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A Vitamin D A Day Keeps the Weight Gain Away

With one third of the United States' adult population considered obese, it's no wonder the US weight loss market is a $60 billion industry. Fad diets, "miracle" pills and the ultimate workout routine headline everything from our daily news programs to late night infomercials. But what if part of the solution we're searching for is as simple as a well-known, though often insufficient, fat-soluble vitamin we're all quite familiar with? Research suggests it may be.

Best known for the role it plays in optimizing bone health, research has also shown an inverse correlation between circulating vitamin D levels and body mass index, weight, abdominal fat and subcutaneous fat. A recent study found women with suboptimal vitamin D levels to have 40% more subcutaneous fat than women with optimal vitamin D levels. Women with insufficient vitamin D levels had 80% more abdominal fat than their optimal counterparts.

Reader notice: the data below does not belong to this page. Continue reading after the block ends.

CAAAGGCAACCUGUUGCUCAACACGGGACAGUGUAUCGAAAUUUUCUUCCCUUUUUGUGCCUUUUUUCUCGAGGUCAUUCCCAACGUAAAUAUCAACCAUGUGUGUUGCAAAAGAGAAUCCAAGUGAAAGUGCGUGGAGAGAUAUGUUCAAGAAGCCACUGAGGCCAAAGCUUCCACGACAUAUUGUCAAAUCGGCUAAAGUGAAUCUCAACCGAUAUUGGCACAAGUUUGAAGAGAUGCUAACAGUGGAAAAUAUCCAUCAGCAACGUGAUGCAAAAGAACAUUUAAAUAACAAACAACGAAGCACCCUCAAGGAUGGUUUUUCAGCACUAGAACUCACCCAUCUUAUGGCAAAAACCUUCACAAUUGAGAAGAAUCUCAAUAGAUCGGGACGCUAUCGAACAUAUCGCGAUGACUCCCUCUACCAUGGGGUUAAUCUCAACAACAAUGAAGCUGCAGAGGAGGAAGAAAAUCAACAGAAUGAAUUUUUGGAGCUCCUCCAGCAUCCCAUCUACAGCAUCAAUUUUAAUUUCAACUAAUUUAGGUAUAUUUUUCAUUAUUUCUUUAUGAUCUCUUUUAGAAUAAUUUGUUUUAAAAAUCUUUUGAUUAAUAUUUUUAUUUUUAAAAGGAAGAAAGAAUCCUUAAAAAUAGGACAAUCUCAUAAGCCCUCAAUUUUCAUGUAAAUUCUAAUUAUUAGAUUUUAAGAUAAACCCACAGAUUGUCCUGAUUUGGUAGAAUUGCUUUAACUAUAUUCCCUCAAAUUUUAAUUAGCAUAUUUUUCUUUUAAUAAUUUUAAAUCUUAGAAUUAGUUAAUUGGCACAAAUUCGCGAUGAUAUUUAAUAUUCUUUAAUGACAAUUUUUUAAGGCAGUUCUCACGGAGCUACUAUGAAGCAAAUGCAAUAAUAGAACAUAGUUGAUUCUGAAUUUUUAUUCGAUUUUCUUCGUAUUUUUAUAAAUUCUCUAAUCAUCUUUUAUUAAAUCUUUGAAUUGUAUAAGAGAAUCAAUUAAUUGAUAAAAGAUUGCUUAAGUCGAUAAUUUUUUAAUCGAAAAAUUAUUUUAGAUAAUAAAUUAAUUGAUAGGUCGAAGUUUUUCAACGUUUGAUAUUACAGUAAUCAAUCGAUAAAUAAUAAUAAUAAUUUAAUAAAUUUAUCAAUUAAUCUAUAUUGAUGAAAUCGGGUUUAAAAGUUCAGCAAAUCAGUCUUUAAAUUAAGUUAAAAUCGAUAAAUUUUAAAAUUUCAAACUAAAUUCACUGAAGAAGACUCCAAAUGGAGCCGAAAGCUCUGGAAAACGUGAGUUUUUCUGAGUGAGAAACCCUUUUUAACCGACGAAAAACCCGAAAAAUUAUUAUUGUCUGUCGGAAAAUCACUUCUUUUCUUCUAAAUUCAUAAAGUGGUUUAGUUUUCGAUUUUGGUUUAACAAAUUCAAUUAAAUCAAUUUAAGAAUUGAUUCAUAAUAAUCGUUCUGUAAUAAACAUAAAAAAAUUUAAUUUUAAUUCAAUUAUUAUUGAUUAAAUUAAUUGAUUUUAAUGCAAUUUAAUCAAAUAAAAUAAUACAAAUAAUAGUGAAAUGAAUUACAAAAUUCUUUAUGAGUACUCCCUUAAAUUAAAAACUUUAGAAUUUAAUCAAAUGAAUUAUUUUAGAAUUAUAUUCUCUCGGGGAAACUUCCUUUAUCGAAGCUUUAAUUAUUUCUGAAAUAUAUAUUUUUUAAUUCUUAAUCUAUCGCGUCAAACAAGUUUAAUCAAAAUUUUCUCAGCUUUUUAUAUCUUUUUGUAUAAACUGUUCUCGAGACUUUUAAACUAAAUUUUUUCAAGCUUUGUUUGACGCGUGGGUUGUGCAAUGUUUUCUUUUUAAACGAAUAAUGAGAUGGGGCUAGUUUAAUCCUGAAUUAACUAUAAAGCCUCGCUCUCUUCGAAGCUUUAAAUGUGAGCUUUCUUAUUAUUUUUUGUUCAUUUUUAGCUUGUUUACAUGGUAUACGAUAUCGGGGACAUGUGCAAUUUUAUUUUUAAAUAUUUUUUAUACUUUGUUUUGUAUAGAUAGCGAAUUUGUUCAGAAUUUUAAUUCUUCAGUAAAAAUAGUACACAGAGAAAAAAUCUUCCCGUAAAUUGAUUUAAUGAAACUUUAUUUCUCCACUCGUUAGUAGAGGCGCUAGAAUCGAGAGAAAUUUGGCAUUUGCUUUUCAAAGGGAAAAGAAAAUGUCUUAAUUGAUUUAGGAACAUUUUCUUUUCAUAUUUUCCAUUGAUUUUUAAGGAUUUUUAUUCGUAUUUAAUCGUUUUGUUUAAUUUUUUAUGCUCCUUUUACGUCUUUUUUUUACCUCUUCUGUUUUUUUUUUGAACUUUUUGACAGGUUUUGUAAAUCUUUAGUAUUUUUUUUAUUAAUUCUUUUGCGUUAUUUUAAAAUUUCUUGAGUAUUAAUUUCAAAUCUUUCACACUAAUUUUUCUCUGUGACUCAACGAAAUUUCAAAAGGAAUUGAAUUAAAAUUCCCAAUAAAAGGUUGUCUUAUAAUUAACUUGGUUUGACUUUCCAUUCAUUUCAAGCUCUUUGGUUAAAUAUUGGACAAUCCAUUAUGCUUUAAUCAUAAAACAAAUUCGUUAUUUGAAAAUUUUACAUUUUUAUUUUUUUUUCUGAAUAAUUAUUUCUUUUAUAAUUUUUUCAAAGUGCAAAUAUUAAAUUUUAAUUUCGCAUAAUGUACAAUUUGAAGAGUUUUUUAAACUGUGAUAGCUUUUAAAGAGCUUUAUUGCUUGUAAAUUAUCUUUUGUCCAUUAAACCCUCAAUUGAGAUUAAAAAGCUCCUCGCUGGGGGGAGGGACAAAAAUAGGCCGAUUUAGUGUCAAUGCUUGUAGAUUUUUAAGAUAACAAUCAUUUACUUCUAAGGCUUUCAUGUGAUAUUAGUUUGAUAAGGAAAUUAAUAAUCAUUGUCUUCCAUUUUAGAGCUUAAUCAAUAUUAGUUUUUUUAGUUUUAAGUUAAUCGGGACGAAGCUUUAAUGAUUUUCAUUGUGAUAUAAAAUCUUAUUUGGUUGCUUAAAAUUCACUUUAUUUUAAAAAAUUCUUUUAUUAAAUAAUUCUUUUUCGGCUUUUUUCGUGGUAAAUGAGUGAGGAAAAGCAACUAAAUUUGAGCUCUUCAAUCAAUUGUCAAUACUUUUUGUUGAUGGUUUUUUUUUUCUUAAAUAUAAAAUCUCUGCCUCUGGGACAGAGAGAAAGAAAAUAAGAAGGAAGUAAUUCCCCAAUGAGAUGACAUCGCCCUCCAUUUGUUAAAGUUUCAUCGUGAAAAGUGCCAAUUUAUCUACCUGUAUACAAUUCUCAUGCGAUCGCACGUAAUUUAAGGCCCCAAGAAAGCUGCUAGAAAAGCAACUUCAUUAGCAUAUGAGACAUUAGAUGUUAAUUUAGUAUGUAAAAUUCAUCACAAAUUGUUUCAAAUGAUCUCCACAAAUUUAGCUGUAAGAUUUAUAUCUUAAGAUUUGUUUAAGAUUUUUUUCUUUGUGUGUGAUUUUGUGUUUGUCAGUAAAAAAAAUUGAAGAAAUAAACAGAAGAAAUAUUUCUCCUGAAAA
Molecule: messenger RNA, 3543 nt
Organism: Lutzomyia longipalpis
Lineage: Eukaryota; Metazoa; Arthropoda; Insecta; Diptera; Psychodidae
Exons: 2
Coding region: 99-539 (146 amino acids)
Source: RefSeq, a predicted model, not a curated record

The correlation between low vitamin D and obesity may aid the success of overweight individuals participating in weight-loss programs. While intending to research bone density and vitamin D level correlation in women, researchers found that baseline vitamin D levels can be used to predict abdominal fat loss. For every 1 ng/ml more that was observed in the blood level of vitamin D, women in the study lost ½ pound more weight. Most American women have low or insufficient vitamin D levels ranging from 12-32ng/ml. What can be gleaned from this research is that women on the lower end of these numbers tend to lose almost a pound a week less than those on the higher end. The correlation of this increased weight loss ability with higher levels of vitamin D may be a result of the vitamin's ability to increase insulin production and sensitivity in addition to compounding factors yet to be identified: Just this month a large cohort study determined that 25(OH) vitamin D serum levels were highly associated with adiponectin concentrations. Adiponectin is a hormone produced by adipose tissue that is involved with glucose regulation and fatty acid catabolism. Low levels of this hormone are considered an independent risk factor for metabolic syndrome. This may just be one of many mechanisms through which vitamin D affects weight control.

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